Mary Ann began her fused glass work. Each panel is 24 inches high and 13 inches wide. She created his arms side by side to ensure symmetry. The gold braided detail is a special paint used in fused glass art. It remains on the glass during the extreme temperatures of the firing process. The small amber glass pieces are called "frit."
The final piece standing next to its inspiration. Mary Ann started referring to it as "My Guy," after hearing the 1964 Mary Wells hit song while working on the project in her studio. She was awarded the People's Choice Award for "Best Floral Interpretation of Artwork." Her creation now resides at her gallery space in the historic Northrup King Building in the renowned Arts District of Northeast Minneapolis. The flowers have been redone in silk replications. Visit Gallery Immaginé in Room 183 to see this fabulous creation in person!
Finalizing the floral placement. This was Wednesday morning, April 25th, the same day that the artists must drop off the art. Mary Ann wanted her project to be "fresh" as the flowers need to last for 5 days. In this picture, you can see the final glass vase she selected which is much shorter and lighter than the previous.
Transporting the final piece from her studio to the Institute. Much care was taken to ensure the pieces wouldn't shift in transit.
The heavy duty glue used to attach the panels took up to 48 hours to cure. Then Mary Ann used a grout-like treatment to give the corners of the piece a clean look.
Mary Ann spent time at the Institute photographing and studying every angle of this 360 degree piece. It's unique in that visitors can view him from all sides, and Mary Ann wanted her final piece to be the same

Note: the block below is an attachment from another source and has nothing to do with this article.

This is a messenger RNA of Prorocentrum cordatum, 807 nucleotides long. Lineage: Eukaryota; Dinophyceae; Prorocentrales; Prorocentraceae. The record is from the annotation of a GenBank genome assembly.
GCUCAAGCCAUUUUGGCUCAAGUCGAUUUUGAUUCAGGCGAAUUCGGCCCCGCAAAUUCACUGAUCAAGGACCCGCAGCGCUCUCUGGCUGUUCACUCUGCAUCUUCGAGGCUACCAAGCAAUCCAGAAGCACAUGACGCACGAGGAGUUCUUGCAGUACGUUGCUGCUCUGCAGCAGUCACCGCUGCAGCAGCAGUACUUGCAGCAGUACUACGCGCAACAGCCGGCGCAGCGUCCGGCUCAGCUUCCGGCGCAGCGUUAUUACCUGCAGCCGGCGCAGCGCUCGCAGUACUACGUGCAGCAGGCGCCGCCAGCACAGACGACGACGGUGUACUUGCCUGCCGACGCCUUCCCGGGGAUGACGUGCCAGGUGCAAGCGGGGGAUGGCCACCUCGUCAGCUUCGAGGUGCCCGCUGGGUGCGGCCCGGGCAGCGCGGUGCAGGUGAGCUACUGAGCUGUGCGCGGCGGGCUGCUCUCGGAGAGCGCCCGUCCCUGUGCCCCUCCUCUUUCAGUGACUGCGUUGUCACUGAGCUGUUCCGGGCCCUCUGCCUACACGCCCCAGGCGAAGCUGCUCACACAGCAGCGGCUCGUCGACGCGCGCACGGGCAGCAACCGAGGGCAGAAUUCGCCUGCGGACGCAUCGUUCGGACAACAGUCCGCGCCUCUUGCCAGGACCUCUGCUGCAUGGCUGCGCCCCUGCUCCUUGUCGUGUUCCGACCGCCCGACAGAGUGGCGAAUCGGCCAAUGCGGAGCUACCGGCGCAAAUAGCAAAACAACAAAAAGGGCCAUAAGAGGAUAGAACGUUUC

Here is the original vase and foam structure Mary Ann used to give the piece height. The idea was that the large glass vase would be hidden in the vessel, but as was mentioned, she had to use a shorter glass insert due to weight.
This is the interior of the vessel, which was created to accommodate the glass container for the flowers. However, later in the process, this opening was filled with sturdy floral foam to fit a smaller vase. The original larger vase was too heavy when filled with water, which is essential to keep the flowers alive during the 4-day show.
These are the 4 final sides of the vessel after firing in Mary Ann's kiln. Each side took 14 hours to fire in the kiln, up to 1400 degrees.
The panels were then each attached to a wooden frame, which was constructed to Mary Ann's specifications by her son-in-law.
Mary Ann sketched a plan for floral placement. It changed slightly as she created the piece, as happens with art.
PEOPLE'S CHOICE FOR "BEST FLORAL INTERPRETATION OF ARTWORK"
ORIGINAL FINE ART
The glass and wood vessel is incredibly heavy. Mary Ann's husband created a special dolly cart attachment to make transferring the piece much easier.
"Armor and Helmet" is the piece that Mary Ann chose for her 2018 Art in Bloom entry. She was drawn to his bold and dynamic look, plus his intricate and delicate details.
Photo courtesy of: Minneapolis Institute of Art